Long-Sharp Gallery presents Silver, Gold, and Bold, an exhibition in three parts, each defined by the widely varied practices of the exhibited artists, at December fair week’s premier fair Art Miami.
Featuring rare works by Pablo Picasso, Andy Warhol, and Roy Lichtenstein in addition to pieces by contemporaries Thalen & Thalen, Gino Miles, Chris Bracey and David Spiller, Silver, Gold, and Bold invites viewers to explore a history of modern art through the eyes of some of the generation’s greatest—from decades past to present—all of whom re-contextualized their respective mediums in profoundly personal ways.
Silver, Bold, and Gold begins with Thalen & Thalen—Rob and Jaap Thalen, a Belgium-based father-and-son duo primarily working with sculpture and, in keeping with the exhibition’s title, pure fine silver (999/000). Born in 1954, Rob, a trained silversmith, began his arts career in the Netherlands in 1982, joined in 2005 by his son Jaap, who studied architecture. Thalen & Thalen, who’ve exhibited internationally for the past several years, shape their metal of choice into objects that look simultaneously majestic and sensuous, mirroring the feel of silver itself. One of their featured sculptures, Touchable, does indeed look touchable, almost soft. Their piece, nicknamed “Tiny”, is made especially for Art Miami. Gino Miles, too, transforms metals into wondrous shapes, sculpting stainless steel into massive, towering structures. He will display his pieces, Crescendo, at the fair.
The exhibition’s Gold takes the form of the iconic works of Picasso, Warhol, and Lichtenstein. A watercolor and charcoal sketch by Picasso, crafted in Paris in 1901, will feature alongside selections from Lichtenstein’s modular drawing series. Warhol’s Portrait of Olga, one of only two ever created, depicts Olga Berde Mahl—who owns the painting’s pair. As an expression of gratitude, Warhol painted Mahl, the real estate agent who sold Warhol and printer Rupert Jasen Smith their last studio on Watts Street. Mahl effectively became one of the only women Warhol documented outside of a particular celebrity circle. The two went on to develop an acquaintanceship. Also on display: Warhol’s painting, Jon Gould. Still relatively new to the market—Long Sharp introduced the work in 2014—Gould, a wealthy Paramount executive, became the artist’s romantic obsession in the 1980s.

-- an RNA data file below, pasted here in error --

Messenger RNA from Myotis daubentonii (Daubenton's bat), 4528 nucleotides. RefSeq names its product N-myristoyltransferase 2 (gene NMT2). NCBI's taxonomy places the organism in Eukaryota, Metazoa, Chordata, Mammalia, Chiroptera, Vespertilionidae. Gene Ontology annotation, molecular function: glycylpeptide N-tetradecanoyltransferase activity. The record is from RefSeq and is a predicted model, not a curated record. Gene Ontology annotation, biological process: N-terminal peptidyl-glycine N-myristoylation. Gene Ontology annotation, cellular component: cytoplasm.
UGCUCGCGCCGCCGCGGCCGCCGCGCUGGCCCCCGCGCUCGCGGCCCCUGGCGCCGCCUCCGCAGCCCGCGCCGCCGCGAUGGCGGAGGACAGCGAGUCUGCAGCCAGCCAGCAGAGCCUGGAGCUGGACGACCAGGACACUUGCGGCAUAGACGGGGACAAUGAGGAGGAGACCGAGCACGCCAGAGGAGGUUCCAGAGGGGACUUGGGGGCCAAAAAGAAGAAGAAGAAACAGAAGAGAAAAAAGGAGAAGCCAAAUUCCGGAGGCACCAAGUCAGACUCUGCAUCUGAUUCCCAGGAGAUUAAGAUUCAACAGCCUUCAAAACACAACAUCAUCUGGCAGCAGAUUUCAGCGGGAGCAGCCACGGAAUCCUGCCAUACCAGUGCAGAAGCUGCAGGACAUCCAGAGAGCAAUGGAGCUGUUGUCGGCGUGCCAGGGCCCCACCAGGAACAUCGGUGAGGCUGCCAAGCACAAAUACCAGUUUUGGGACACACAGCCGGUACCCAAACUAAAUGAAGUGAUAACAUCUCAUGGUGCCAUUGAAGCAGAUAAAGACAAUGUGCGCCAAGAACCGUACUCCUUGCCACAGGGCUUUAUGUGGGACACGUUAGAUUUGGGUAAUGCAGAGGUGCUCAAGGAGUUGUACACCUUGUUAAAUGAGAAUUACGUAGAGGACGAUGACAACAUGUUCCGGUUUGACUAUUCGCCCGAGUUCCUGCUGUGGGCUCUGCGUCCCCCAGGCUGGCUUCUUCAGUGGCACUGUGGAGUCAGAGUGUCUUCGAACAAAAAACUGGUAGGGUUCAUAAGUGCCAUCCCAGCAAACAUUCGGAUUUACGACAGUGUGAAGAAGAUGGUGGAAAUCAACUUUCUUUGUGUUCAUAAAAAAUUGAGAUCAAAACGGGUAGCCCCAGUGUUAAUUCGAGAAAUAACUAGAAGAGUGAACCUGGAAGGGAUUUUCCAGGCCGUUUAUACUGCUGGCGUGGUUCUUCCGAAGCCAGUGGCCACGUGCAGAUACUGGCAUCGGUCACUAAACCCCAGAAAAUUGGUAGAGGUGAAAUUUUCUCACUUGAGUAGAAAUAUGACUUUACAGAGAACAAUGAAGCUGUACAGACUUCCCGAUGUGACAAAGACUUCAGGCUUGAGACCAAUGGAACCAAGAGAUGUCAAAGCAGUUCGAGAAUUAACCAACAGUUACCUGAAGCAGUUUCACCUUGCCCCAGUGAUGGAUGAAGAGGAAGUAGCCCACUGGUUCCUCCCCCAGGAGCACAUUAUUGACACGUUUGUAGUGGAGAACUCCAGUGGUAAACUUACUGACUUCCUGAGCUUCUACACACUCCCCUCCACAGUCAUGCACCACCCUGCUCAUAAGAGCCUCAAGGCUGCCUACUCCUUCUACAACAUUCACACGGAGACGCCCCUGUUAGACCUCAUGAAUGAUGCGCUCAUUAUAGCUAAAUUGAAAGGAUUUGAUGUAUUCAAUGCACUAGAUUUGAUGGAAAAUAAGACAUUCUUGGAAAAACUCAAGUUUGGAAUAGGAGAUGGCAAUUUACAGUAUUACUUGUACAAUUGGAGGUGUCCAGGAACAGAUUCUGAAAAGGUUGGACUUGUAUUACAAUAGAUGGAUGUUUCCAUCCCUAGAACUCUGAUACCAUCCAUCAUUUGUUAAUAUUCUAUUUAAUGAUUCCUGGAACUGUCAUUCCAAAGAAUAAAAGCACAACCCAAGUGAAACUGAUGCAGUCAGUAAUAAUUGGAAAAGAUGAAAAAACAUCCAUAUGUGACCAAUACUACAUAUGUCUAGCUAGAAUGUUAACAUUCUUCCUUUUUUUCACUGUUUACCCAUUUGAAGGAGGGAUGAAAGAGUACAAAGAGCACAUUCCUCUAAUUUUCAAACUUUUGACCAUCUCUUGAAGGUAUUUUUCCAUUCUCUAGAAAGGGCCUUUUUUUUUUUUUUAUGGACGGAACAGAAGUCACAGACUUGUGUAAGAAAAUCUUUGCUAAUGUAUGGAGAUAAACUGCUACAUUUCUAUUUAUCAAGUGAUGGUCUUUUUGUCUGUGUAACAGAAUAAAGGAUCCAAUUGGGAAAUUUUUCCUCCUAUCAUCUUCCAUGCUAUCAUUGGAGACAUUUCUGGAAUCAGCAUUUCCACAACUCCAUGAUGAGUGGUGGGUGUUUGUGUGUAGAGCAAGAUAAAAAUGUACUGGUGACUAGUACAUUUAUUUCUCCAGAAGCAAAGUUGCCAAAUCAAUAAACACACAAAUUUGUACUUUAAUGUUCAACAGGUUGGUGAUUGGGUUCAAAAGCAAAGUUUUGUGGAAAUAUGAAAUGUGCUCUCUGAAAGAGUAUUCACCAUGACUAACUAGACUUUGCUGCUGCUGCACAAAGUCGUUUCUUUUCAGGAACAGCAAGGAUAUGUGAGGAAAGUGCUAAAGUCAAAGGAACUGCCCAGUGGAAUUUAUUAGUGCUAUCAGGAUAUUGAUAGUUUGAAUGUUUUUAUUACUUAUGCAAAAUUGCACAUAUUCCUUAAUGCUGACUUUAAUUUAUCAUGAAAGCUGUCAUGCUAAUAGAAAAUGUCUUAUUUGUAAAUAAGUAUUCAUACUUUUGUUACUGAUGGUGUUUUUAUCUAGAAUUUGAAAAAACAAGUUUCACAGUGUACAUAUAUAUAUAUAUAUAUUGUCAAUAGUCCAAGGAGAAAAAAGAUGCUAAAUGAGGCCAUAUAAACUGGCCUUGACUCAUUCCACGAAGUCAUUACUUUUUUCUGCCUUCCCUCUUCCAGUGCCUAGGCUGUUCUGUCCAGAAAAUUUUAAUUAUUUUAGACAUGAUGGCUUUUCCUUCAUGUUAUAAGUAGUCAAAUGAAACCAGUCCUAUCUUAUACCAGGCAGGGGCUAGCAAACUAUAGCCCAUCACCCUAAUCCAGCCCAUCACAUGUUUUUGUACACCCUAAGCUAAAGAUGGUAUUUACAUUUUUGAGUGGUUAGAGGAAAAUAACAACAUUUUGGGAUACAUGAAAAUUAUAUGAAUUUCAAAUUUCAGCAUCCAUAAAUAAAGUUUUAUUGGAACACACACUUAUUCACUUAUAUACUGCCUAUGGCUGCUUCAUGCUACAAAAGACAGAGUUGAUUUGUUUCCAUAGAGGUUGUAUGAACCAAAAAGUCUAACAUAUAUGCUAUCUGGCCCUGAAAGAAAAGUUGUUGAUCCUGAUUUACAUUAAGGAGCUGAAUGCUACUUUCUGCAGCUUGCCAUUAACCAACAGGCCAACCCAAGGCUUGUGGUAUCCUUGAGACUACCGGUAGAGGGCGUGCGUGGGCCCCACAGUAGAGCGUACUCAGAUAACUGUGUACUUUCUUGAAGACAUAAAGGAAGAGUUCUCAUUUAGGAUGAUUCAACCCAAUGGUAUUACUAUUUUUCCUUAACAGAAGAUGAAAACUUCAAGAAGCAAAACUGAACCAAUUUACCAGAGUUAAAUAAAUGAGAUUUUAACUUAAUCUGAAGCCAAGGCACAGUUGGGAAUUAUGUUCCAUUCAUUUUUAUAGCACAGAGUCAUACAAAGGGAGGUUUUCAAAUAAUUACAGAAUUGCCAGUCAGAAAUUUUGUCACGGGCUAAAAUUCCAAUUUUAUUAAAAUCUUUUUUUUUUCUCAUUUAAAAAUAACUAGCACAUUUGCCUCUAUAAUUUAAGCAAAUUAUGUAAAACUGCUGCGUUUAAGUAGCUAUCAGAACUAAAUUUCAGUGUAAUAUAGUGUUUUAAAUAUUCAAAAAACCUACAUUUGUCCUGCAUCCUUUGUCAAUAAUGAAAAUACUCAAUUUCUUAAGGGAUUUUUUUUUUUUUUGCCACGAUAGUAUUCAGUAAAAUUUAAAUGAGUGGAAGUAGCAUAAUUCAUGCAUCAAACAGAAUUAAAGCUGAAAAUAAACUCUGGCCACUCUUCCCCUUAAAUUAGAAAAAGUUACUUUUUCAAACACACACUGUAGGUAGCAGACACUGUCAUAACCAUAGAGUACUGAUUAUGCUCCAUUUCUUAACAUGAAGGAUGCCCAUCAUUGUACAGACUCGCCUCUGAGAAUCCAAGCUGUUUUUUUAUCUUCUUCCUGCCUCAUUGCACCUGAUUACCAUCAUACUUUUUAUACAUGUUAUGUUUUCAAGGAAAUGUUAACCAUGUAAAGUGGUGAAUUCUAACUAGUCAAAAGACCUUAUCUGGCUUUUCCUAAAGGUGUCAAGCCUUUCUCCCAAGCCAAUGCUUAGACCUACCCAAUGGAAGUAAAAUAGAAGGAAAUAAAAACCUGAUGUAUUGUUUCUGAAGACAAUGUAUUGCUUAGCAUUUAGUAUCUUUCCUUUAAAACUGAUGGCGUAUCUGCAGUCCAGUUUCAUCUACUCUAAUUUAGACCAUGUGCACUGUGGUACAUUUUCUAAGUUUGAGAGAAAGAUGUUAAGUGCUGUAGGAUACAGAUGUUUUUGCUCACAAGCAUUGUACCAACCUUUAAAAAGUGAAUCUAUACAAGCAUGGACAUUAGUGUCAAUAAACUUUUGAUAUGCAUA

The show’s brightest components: Chris Bracey and David Spiller, both equally bold in content and form. Neon artist Bracey passed away last year at the age of 59, leaving behind Art is Never Finished and The Artificial Fascinates Me, which will be on view at Art Miami. Deemed the Master of Glow, his reclaimed neon works, which he built in the workshop he named God’s Own Junkyard, have become iconic. Similarly, 72-year-old Spiller is eponymous in his own right. Spiller, who still paints on the floor of his studio, incorporates excerpts of popular catchphrases, lyrics, and poetry, juxtaposing the text with recognizable cartoon characters or highly structured shapes. Distilled sentiments of larger references, they are often equally humorous and poignant.
wed 12/2/15 11:00 am – 8:00 pm; thu 12/3/15 11:00 am – 8:00 pm; fri 12/4/15 11:00 am – 8:00 pm; sat 12/5/15 11:00 am – 8:00 pm; sun 12/6/15 11:00 am – 6:00 pm
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